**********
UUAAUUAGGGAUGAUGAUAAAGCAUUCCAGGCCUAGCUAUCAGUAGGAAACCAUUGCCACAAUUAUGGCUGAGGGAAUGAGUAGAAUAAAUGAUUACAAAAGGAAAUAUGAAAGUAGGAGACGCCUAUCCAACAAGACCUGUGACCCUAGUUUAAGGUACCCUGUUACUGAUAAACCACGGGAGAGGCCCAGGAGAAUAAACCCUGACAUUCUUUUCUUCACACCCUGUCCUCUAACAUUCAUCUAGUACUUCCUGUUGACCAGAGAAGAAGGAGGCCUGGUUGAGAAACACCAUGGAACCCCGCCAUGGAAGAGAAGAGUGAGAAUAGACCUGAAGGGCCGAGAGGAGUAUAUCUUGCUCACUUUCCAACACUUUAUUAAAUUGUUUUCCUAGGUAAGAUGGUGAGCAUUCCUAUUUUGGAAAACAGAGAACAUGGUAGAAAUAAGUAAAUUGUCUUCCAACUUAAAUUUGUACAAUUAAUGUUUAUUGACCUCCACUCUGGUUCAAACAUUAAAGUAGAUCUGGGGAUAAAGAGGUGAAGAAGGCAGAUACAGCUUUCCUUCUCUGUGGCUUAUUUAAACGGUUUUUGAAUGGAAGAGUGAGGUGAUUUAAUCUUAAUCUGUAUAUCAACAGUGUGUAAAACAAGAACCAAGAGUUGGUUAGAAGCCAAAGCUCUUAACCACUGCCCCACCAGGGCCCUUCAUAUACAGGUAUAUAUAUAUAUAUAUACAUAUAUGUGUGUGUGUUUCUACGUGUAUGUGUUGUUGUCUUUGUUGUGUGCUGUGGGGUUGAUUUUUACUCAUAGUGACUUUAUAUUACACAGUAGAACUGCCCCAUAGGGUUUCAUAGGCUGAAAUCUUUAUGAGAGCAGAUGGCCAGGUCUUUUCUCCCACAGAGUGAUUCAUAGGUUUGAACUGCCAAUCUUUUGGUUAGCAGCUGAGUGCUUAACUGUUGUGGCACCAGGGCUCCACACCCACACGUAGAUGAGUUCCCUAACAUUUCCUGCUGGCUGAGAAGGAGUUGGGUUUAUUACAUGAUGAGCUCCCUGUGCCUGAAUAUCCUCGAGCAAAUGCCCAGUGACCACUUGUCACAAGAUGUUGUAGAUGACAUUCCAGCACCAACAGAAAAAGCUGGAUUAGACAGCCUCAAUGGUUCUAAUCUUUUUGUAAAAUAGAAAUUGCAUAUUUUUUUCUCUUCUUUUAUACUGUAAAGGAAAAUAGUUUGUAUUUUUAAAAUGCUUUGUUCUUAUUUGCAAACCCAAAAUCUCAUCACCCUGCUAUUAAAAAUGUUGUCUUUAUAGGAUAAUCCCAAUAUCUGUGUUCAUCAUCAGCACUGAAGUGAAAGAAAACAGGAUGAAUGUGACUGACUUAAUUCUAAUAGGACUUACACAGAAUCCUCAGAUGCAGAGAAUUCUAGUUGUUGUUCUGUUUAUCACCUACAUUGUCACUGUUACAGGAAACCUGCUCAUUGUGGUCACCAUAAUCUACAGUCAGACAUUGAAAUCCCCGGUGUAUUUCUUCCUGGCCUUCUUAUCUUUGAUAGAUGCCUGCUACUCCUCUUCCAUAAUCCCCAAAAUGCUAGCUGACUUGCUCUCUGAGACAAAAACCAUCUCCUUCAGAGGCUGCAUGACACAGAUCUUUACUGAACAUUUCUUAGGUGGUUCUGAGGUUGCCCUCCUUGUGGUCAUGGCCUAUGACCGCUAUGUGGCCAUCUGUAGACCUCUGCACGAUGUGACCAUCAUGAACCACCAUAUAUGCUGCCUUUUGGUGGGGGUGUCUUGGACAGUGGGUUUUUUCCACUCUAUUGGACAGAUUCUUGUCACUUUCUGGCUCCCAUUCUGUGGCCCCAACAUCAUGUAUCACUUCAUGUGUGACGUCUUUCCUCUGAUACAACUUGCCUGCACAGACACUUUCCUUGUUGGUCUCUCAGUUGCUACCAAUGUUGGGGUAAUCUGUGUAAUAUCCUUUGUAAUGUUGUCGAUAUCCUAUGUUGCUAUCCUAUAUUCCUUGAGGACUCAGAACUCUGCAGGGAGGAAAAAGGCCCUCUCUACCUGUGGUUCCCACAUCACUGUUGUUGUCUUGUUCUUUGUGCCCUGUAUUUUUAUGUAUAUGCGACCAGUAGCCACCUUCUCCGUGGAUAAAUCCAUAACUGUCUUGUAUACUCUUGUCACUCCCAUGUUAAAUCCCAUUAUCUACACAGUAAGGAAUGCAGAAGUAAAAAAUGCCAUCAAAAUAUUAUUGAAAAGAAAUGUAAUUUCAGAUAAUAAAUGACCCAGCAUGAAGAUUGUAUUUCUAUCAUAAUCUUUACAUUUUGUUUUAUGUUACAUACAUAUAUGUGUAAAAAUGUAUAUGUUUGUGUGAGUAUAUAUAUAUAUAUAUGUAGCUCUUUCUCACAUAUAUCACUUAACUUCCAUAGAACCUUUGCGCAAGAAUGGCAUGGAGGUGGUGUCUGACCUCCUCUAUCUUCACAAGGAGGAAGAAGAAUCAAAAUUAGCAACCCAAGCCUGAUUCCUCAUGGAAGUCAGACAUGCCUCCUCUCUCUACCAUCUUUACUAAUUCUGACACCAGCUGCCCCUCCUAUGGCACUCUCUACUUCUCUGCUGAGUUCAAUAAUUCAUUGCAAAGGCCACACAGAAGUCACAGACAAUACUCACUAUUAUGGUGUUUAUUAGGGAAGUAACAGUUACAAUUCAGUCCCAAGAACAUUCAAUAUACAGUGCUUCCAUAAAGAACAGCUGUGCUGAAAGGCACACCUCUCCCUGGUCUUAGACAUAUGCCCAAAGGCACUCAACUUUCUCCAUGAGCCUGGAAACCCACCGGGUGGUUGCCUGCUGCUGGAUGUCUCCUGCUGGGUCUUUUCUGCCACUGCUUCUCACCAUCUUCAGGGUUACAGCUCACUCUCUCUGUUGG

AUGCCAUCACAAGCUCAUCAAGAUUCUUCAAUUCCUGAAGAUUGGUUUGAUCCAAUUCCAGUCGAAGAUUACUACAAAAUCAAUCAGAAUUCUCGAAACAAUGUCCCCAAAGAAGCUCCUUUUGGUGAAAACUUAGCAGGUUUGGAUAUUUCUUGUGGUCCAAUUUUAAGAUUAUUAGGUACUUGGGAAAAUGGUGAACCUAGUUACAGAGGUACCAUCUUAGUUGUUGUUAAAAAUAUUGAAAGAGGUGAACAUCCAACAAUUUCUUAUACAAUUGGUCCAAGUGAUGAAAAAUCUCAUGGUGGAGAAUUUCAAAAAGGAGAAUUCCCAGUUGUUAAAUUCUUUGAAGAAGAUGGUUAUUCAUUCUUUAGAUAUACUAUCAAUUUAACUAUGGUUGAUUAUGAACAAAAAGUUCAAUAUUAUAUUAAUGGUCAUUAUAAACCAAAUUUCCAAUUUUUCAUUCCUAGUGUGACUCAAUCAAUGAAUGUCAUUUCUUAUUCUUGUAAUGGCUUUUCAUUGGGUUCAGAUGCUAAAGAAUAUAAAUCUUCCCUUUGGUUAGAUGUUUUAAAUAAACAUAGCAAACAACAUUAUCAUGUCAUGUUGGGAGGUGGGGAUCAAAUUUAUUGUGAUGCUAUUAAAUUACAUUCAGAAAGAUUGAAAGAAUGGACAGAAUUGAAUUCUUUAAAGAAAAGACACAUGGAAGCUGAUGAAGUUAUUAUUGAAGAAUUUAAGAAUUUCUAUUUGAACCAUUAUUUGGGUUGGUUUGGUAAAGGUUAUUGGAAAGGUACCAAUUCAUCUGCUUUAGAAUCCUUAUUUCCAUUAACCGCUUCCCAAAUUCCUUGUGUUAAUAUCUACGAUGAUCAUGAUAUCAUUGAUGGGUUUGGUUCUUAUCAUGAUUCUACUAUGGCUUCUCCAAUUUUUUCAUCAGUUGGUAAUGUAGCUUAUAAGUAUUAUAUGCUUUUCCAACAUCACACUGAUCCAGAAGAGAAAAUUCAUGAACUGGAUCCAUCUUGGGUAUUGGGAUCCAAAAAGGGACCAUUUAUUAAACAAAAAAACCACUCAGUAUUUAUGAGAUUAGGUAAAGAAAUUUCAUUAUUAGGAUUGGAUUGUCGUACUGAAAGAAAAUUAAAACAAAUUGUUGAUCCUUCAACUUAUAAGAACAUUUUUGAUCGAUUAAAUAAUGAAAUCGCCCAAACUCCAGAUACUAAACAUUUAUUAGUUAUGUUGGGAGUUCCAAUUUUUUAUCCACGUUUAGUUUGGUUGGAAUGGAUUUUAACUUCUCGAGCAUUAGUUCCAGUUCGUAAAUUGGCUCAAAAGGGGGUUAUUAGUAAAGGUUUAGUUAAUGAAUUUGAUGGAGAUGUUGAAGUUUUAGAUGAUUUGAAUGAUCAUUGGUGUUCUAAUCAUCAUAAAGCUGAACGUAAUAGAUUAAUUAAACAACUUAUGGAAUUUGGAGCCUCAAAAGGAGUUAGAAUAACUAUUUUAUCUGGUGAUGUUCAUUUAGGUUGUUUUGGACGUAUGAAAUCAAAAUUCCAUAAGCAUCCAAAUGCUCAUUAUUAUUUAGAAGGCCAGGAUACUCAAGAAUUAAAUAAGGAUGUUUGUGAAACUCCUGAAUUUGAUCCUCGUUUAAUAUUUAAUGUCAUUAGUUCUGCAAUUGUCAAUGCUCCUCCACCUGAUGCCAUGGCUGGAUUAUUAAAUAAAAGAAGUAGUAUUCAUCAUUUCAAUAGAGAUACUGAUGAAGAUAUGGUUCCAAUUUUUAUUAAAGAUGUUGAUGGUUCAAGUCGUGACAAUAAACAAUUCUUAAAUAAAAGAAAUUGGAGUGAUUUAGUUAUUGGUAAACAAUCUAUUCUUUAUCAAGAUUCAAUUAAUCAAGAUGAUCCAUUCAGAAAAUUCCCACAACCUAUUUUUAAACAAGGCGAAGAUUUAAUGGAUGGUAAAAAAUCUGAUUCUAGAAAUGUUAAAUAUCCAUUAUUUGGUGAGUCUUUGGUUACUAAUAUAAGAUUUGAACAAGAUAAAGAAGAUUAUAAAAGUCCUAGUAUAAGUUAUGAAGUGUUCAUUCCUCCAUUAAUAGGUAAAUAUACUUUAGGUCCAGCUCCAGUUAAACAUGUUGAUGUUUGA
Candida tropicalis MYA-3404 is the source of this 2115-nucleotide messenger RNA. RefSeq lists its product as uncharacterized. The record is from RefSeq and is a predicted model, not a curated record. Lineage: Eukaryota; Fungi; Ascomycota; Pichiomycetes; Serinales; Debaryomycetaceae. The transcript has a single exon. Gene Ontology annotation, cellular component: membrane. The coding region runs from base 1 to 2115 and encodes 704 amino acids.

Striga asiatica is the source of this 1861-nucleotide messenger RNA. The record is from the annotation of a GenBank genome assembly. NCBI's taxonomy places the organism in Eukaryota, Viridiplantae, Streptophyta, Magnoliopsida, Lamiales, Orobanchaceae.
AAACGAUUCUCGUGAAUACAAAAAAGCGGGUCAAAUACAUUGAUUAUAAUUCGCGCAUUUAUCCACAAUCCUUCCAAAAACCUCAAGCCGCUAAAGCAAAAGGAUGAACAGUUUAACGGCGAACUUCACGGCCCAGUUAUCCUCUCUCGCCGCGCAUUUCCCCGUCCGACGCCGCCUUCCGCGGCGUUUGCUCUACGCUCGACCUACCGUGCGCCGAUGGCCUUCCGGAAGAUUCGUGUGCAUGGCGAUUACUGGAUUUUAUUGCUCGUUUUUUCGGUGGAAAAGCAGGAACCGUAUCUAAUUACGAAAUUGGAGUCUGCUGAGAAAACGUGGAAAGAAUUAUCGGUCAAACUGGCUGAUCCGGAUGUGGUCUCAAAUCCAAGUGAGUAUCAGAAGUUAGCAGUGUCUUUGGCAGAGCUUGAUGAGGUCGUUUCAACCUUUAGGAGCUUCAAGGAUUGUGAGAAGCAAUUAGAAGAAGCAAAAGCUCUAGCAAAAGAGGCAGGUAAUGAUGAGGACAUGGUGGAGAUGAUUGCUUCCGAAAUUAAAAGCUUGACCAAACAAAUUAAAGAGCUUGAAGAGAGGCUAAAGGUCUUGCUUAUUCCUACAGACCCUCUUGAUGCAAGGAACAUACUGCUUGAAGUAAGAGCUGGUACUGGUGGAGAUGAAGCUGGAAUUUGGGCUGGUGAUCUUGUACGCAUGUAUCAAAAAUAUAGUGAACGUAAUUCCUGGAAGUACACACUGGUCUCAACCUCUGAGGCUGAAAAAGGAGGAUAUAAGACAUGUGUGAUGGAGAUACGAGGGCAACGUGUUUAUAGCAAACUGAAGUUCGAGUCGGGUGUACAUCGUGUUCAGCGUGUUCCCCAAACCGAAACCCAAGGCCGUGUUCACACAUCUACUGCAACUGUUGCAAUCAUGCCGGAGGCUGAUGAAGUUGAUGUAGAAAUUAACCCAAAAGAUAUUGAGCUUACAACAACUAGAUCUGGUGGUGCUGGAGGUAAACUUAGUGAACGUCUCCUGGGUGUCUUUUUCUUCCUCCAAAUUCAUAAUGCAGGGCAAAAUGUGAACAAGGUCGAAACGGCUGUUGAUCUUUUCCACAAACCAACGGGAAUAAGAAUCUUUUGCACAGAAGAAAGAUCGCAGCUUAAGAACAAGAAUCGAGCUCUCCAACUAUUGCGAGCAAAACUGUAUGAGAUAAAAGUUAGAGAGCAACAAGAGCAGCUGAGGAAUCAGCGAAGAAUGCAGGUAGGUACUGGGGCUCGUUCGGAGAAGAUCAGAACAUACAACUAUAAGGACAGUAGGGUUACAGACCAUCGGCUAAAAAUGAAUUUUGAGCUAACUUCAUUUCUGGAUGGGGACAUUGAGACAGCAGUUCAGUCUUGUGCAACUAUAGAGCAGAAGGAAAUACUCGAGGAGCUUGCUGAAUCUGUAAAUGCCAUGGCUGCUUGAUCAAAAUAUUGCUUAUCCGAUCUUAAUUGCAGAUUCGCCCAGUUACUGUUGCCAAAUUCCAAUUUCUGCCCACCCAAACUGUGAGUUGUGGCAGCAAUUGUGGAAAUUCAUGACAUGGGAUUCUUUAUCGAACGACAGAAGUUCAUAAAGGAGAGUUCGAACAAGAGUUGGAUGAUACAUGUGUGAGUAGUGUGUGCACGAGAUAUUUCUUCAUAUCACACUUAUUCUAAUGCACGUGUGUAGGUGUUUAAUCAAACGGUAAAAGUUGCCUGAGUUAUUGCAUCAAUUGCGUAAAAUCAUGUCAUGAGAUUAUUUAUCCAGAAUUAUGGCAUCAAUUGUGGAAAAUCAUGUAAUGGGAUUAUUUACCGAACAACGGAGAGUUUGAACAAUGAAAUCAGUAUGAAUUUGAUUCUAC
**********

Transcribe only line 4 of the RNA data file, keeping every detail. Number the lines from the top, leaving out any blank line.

Striga asiatica is the source of this 1861-nucleotide messenger RNA. The record is from the annotation of a GenBank genome assembly. NCBI's taxonomy places the organism in Eukaryota, Viridiplantae, Streptophyta, Magnoliopsida, Lamiales, Orobanchaceae.